Apr. 7—Snyder County will begin vaccinating 1,500 residents on Friday who qualify for the COVID-19 inoculation.
The county has received the vaccinations from the state and is paying $55,000 received from the Federal Emergency Management Agency to outside agencies to administer and supervise the doses being given out and provide crowd control at 145 Meadow Circle on the grounds of the Selinsgrove Center.
“We had to fight for it,” county board Chairman Joe Kantz said of receiving the Moderna vaccines from the Pennsylvania Department of Health.
Snyder County was one of only a few counties in the state without a COVID-19 vaccination clinic, he said.
Derick Shambach, the county’s emergency management coordinator, said he involved local and state leaders in gaining access to the vaccines.
Residents of long-term care facilities, seniors and people between the ages of 16 and 64 with underlying medical conditions and at risk of life-threatening complications from the coronavirus will be first served.
The vaccinations will be administered between 8:30 a.m. and 1 p.m. Fridays and Saturdays for the next eight weeks at the Selinsgrove Center. Residents should call the Area Agency on Aging at 800-533-1050 or 570-374-5558 to schedule an appointment.
For this week only, a mobile unit will also be delivering vaccinations to residents in nursing homes and other long-term care centers, Shambach said.
The county is paying $38,400 to Dauntless Hook & Ladder (DH&L) Ambulance League for at least four certified paramedics to administer the vaccines and $12,000 to Family Practice Center for a registered nurse who will oversee the inoculations. Another $4,800 will be paid to DH&L Fire Police for crowd control.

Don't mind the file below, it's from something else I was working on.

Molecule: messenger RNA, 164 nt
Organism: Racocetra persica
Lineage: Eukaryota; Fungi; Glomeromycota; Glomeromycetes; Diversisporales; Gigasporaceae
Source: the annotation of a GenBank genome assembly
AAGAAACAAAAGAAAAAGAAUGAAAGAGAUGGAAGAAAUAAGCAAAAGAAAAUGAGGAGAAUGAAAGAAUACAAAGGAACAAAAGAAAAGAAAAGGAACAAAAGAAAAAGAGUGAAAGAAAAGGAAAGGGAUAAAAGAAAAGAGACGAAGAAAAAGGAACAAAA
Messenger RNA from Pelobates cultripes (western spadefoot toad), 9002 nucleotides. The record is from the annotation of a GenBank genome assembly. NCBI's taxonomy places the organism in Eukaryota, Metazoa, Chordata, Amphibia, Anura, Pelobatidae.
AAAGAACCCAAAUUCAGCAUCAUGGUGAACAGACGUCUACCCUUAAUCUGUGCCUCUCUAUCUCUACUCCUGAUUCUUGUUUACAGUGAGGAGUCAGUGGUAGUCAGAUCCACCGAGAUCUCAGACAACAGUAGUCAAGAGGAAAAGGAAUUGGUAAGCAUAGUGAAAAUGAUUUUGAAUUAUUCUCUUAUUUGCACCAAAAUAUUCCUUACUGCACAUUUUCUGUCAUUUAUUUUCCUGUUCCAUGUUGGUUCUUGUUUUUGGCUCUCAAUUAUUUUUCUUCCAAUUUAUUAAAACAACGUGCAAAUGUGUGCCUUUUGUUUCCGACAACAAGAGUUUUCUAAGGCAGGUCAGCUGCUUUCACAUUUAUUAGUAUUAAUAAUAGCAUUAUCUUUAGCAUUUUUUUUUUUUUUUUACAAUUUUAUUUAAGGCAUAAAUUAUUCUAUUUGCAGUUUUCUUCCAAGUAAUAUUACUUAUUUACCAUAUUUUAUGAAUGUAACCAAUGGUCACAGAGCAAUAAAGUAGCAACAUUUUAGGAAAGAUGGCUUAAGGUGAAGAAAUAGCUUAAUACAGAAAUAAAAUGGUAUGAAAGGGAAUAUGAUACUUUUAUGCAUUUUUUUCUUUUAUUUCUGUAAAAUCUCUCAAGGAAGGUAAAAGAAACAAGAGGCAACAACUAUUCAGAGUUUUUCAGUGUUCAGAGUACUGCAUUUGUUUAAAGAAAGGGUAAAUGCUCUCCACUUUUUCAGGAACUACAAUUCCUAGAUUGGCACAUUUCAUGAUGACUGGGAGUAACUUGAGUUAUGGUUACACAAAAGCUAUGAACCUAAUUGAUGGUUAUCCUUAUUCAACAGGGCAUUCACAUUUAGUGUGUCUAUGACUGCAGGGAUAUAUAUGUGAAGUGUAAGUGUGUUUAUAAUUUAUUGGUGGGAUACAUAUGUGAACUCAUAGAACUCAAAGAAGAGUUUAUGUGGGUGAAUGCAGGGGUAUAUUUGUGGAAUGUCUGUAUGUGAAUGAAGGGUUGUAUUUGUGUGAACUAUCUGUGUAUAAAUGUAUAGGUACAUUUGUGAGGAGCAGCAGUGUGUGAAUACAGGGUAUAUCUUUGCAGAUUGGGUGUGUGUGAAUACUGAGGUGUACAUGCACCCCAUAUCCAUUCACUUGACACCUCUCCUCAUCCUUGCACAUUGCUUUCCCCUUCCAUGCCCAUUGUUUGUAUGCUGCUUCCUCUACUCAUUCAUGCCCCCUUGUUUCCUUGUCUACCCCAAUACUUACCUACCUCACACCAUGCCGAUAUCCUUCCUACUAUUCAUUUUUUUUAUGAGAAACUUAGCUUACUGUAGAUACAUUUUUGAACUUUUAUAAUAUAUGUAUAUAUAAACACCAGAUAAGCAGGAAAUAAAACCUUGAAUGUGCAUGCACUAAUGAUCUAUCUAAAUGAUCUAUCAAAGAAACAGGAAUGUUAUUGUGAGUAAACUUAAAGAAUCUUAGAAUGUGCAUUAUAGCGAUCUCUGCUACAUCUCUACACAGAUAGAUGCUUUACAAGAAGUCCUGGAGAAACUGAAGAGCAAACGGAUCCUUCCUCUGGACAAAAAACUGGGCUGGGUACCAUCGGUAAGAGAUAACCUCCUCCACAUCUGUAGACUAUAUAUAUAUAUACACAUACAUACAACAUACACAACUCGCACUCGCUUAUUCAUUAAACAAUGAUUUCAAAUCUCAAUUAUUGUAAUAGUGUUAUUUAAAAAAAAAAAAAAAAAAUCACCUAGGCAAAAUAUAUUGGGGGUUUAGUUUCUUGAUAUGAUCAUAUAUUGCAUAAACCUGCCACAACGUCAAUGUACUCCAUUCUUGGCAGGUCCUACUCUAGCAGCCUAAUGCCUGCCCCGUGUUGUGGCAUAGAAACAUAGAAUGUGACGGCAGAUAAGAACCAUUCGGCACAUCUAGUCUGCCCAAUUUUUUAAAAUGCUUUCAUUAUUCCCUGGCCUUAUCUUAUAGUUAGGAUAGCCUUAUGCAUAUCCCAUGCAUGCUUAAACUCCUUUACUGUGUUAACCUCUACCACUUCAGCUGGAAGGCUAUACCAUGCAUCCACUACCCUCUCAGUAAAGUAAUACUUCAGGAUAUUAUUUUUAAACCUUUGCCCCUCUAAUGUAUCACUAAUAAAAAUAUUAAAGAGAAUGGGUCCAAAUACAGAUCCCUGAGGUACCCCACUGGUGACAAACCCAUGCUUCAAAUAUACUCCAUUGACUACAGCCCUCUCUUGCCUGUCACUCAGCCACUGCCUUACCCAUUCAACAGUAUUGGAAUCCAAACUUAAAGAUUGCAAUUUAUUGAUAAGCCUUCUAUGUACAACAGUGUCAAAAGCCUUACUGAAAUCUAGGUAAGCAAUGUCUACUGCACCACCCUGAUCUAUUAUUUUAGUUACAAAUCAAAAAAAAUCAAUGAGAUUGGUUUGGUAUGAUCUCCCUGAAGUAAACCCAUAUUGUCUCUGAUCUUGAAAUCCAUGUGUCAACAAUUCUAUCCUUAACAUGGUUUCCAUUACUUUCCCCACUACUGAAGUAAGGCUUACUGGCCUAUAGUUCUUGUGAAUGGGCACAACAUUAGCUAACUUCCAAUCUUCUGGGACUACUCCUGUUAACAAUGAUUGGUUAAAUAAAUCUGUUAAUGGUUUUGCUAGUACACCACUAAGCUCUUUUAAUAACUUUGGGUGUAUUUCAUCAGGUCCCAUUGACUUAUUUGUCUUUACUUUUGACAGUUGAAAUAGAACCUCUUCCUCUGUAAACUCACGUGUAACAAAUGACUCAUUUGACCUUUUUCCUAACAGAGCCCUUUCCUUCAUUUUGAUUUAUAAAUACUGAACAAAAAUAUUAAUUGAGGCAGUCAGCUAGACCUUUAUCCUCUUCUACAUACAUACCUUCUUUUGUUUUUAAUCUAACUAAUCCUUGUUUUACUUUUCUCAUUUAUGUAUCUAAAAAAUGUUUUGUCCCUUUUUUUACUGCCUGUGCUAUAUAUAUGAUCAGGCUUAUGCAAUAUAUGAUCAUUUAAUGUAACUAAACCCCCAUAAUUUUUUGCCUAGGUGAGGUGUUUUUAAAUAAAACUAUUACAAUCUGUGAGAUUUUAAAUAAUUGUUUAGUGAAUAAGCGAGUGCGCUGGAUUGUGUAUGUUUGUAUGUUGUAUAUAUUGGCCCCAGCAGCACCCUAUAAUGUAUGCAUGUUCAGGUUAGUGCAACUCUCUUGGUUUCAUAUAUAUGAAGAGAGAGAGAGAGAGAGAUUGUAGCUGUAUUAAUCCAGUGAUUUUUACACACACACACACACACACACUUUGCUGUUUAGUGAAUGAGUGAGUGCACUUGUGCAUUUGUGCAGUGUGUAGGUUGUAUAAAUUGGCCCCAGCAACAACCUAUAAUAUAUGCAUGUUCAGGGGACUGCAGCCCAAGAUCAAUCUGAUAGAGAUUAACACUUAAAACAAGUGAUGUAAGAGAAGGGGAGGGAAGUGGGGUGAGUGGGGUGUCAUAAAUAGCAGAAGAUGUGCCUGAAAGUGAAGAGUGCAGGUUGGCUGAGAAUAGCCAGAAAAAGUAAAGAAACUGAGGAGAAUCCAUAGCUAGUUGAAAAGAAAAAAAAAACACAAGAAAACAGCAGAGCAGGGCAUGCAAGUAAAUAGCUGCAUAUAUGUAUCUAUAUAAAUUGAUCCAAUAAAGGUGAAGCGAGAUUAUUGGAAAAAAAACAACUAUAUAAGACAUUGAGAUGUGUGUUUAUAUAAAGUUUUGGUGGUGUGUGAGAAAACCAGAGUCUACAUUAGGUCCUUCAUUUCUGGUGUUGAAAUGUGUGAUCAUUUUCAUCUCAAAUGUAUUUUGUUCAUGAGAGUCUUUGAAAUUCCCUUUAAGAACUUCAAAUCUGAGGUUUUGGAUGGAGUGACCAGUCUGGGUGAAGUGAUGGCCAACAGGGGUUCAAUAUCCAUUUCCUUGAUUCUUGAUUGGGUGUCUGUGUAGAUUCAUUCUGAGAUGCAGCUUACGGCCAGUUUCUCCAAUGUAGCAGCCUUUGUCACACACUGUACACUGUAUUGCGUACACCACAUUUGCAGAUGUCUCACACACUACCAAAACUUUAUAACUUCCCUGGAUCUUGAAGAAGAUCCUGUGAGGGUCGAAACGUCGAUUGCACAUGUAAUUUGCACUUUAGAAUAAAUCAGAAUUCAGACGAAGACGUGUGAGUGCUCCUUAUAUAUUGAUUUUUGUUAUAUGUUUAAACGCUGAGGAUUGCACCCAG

Commissioner Chuck Steininger expects quite a few residents will take advantage of the free vaccination.
“There’s a lot of confusion out there and we wanted to make it simpler,” he said.
According to the Pennsylvania Department of Health, as of Tuesday, there have been 14,873 vaccine doses administered to Snyder County residents and 5,737 residents are fully vaccinated.
Union County, which is of similar size, has administered 18,301 doses and 6,750 residents are fully vaccinated. In Montour County, which is half the size of Snyder County but has a clinic, 14,932 doses have been given to residents and 6,590 residents are fully vaccinated.
Kantz has been a vocal opponent of the vaccination being rolled out so soon after its development.
“I don’t think it’s been tested long enough. I’m not a big believer in any of these yet,” he said, adding that he supported providing vaccinations to residents after receiving many calls about it. “So many people were asking that we had to fight for it.”
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